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09/09/10 12:22 AM ET

Lowe feels no discomfort in right elbow

ATLANTA -- Derek Lowe was obviously thrilled with the fact that he proved healthy enough to remain perfect against the Pirates on Wednesday night. The Braves' right-hander was further encouraged Thursday morning, when he awoke without any concerning right elbow discomfort.

Burdened by a bone chip over the course of the past six weeks, Lowe had felt most uncomfortable the day after his starts. But the 37-year-old righty proved to be his usual jovial self when he returned to Turner Field on Thursday with reason to at least hope he may not even need to have the chip surgically removed during the offseason.

Lowe believes he has pitched with the chip over the course of the past 10 years. It only became bothersome once it nestled next to a nerve in his right elbow. Before Friday, the veteran hurler had never been forced to miss a start because of injury.

"It really feels surprisingly a lot better than it's been," Lowe said. "That's encouraging. Hopefully it stays like this the rest of the season and hopefully I don't have to have it taken out. That's the ultimate goal. If it stays like this, there's no reason to go in there and take it out."

Lowe allowed just one run and eight hits in six innings Wednesday night at PNC Park. He is now 10-0 with a 2.64 ERA in 10 career starts against the Pirates. Since the start of the expansion era in 1961, Ferguson Jenkins (12 vs. Padres), Pedro Martinez (12 vs. Mariners) and Jamie Moyer (10 vs. Marlins) are the only other pitchers to win their first 10 starts against one team.

Chipper finds it tough watching from bench

ATLANTA -- After undergoing season-ending knee surgery on Aug. 14, Chipper Jones felt uncomfortable while watching his Braves teammates on television. Having gained enough mobility to spend the past couple of weeks with the team, Jones found himself feeling miserable and hopeless while sitting on the bench during the six-game road trip that included just two wins.

"I don't know what's worse, not feeling like I'm a part of the team while I'm sitting at home, or not feeling like I'm a part of the team while I'm sitting in the dugout," Jones said. "It's just something I'm not used to. Now that we've let the lead slip away and we're in second place, it's even more magnifying."

For the first time since 1992, the Braves are entering the most intense portion of a pennant race without Jones, who tore his left anterior cruciate ligament Aug. 10. With Martin Prado providing solid defense at third base and Omar Infante providing more indication that he can handle an everyday role, they haven't crumbled without the veteran third baseman's presence.

But Jones still can't help but wonder if his presence would have been enough to help Atlanta win an extra game or two over the past month. The club entered Thursday trailing the idle Phillies by a half-game in the National League East standings.

"You always feel like you would make a difference, provide a spark, get a big hit or make a big play," Jones said. "When the team is struggling, it makes it worse. It's easier to stomach when you're going out and scoring nine runs in a game and you play a solid 27 outs."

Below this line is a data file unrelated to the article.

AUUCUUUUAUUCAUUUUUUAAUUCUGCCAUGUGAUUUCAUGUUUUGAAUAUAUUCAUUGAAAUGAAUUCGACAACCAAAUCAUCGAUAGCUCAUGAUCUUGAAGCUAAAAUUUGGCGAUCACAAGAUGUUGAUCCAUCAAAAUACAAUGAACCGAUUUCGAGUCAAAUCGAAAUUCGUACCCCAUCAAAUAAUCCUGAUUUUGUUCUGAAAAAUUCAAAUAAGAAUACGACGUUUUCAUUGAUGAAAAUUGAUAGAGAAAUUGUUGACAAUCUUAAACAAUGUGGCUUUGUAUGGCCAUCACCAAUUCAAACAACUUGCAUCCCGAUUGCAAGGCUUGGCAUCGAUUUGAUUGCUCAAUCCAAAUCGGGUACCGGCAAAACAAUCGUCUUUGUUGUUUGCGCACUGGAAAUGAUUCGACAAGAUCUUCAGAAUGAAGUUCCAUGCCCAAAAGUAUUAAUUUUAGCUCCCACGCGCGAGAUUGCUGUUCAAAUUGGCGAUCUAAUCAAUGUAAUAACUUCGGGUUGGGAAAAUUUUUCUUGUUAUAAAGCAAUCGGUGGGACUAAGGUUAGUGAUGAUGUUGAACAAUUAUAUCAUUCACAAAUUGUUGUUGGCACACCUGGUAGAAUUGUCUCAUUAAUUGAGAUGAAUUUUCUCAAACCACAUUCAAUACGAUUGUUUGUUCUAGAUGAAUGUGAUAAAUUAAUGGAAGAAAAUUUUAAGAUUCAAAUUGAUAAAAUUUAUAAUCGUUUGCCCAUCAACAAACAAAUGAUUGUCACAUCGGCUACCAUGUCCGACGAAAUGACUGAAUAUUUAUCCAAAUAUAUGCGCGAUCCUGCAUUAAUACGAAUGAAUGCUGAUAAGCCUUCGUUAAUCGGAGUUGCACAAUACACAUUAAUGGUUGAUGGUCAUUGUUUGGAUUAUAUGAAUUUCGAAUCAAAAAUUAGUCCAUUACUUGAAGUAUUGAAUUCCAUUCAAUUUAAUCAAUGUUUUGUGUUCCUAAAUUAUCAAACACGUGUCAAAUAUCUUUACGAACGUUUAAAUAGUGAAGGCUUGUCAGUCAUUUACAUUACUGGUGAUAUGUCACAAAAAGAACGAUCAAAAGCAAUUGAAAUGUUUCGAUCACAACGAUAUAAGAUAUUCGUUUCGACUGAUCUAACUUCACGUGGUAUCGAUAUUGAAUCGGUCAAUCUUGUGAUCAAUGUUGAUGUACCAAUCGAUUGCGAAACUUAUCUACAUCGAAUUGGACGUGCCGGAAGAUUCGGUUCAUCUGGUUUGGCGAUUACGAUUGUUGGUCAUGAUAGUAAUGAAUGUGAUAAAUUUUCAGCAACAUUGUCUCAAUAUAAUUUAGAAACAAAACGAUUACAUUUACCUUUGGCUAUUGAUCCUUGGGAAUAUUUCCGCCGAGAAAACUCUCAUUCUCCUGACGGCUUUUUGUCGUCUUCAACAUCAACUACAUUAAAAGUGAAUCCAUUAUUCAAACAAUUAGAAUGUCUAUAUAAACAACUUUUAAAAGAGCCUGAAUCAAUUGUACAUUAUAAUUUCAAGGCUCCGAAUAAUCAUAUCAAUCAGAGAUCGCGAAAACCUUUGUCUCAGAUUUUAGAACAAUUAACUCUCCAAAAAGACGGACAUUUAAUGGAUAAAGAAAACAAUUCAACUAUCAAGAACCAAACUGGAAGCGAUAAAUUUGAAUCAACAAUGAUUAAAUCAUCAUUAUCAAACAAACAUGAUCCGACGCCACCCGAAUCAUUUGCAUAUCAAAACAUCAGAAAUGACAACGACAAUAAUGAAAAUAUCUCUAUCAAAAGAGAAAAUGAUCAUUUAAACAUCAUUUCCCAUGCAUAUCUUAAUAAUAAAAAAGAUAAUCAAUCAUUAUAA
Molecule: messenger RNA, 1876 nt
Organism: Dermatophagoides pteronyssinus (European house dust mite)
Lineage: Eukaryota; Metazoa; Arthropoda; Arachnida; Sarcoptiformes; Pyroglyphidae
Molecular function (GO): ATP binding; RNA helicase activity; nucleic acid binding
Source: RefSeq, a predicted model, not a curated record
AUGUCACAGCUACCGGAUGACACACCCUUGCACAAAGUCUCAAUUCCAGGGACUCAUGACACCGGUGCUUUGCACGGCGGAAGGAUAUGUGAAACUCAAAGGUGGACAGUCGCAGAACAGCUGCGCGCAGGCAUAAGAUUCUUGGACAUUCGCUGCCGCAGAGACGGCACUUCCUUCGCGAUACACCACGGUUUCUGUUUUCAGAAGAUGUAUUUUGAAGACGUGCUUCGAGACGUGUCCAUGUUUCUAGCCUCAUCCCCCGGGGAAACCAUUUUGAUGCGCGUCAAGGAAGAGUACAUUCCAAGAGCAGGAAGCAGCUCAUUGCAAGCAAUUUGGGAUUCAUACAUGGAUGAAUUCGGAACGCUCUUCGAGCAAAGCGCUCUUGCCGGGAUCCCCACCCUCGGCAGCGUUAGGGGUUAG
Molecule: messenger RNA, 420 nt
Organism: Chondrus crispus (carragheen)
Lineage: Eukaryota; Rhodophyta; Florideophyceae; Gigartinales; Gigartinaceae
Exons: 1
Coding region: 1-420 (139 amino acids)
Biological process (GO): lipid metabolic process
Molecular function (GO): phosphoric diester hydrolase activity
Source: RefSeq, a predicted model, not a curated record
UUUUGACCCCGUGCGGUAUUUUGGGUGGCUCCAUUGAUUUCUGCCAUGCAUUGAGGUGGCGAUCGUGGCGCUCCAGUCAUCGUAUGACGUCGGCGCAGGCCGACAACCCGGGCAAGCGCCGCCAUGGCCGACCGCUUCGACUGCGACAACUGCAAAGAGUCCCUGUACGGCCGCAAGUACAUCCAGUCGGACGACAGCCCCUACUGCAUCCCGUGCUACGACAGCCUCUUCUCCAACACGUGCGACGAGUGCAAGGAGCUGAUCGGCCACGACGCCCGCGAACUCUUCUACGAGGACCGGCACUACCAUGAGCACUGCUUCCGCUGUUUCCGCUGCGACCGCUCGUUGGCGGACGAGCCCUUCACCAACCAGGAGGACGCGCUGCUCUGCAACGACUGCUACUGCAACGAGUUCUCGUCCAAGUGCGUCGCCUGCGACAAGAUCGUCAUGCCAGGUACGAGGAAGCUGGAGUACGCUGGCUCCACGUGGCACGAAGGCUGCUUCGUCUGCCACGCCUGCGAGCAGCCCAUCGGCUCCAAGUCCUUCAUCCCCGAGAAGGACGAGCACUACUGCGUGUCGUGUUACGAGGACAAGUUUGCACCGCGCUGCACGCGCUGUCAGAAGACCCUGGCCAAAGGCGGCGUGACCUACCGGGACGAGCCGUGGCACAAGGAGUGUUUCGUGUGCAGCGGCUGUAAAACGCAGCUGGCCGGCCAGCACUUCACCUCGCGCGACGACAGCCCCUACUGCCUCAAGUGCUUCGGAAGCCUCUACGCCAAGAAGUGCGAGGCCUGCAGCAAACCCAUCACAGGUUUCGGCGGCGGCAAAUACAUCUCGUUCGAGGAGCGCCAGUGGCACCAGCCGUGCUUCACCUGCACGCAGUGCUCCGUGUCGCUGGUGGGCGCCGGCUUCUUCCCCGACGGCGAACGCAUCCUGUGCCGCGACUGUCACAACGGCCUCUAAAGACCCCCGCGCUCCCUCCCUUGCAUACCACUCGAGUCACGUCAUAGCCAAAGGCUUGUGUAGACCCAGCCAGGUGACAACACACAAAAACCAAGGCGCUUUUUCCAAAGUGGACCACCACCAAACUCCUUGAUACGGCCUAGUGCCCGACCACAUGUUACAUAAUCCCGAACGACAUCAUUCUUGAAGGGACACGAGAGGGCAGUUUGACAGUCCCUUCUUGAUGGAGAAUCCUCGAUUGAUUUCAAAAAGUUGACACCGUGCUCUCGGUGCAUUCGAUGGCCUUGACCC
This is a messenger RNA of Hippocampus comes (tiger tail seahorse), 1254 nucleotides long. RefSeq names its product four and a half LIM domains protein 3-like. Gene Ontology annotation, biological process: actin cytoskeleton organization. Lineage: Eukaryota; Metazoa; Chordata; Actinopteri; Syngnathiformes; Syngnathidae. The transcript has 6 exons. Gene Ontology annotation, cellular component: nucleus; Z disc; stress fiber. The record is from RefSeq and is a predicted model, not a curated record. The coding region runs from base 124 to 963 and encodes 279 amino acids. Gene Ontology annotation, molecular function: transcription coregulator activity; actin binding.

Minor views last start as bump in road

ATLANTA -- Mike Minor doesn't appear to be fazed by the worst start of his young career. Heading into Friday's start against the Cardinals, the Braves' rookie left-hander seems to welcome the challenge that Albert Pujols and Matt Holliday will present.

"It's not going to be any different," Minor said. "They still get out all of the time. They might not get out as often, but they're still getting out seven out of 10 times. My stuff is just as good as the other guys that get them out. That's what I keep on thinking and telling myself."

When Minor went 3-0 with a 3.91 ERA in his first four career starts, he consistently commanded his fastball and had the luxury of turning to his curveball or changeup when necessary. His successful run ended Sunday, when he struggled to command his fastball and reached a point where he essentially had to ditch his curveball. In the process of this four-inning stint against the Marlins, he allowed six earned runs and nine hits -- seven of which went for extra bases.

"It was just a bad outing," Minor said. "The stuff wasn't really there and the fastball was going over the middle of the plate. So I didn't really show them who I was and how I can really pitch ... I just wasn't pitching the way I should. The other day was overall just a bad day."

Worth noting

After grounding out to end the fifth inning of Thursday night's 11-4 loss to the Cardinals, Jason Heyward was removed as part of a double switch. The All-Star rookie outfielder, who has hit .441 with four homers and 13 RBIs in his past 19 games, confirmed after the game that he didn't exit with any sort of health-related issue. ... Entering Thursday's game, Bobby Cox needed seven more wins to record the 2,500th win of his managerial career. ... Billy Wagner needs seven more saves to match John Franco's Major League record (424) for left-handed relievers. ... Highly-regarded first-base prospect Freddie Freeman will celebrate his 21st birthday Friday. Freeman has recorded one hit in the first nine at-bats of his Major League career.

Mark Bowman is a reporter for MLB.com. This story was not subject to the approval of Major League Baseball or its clubs.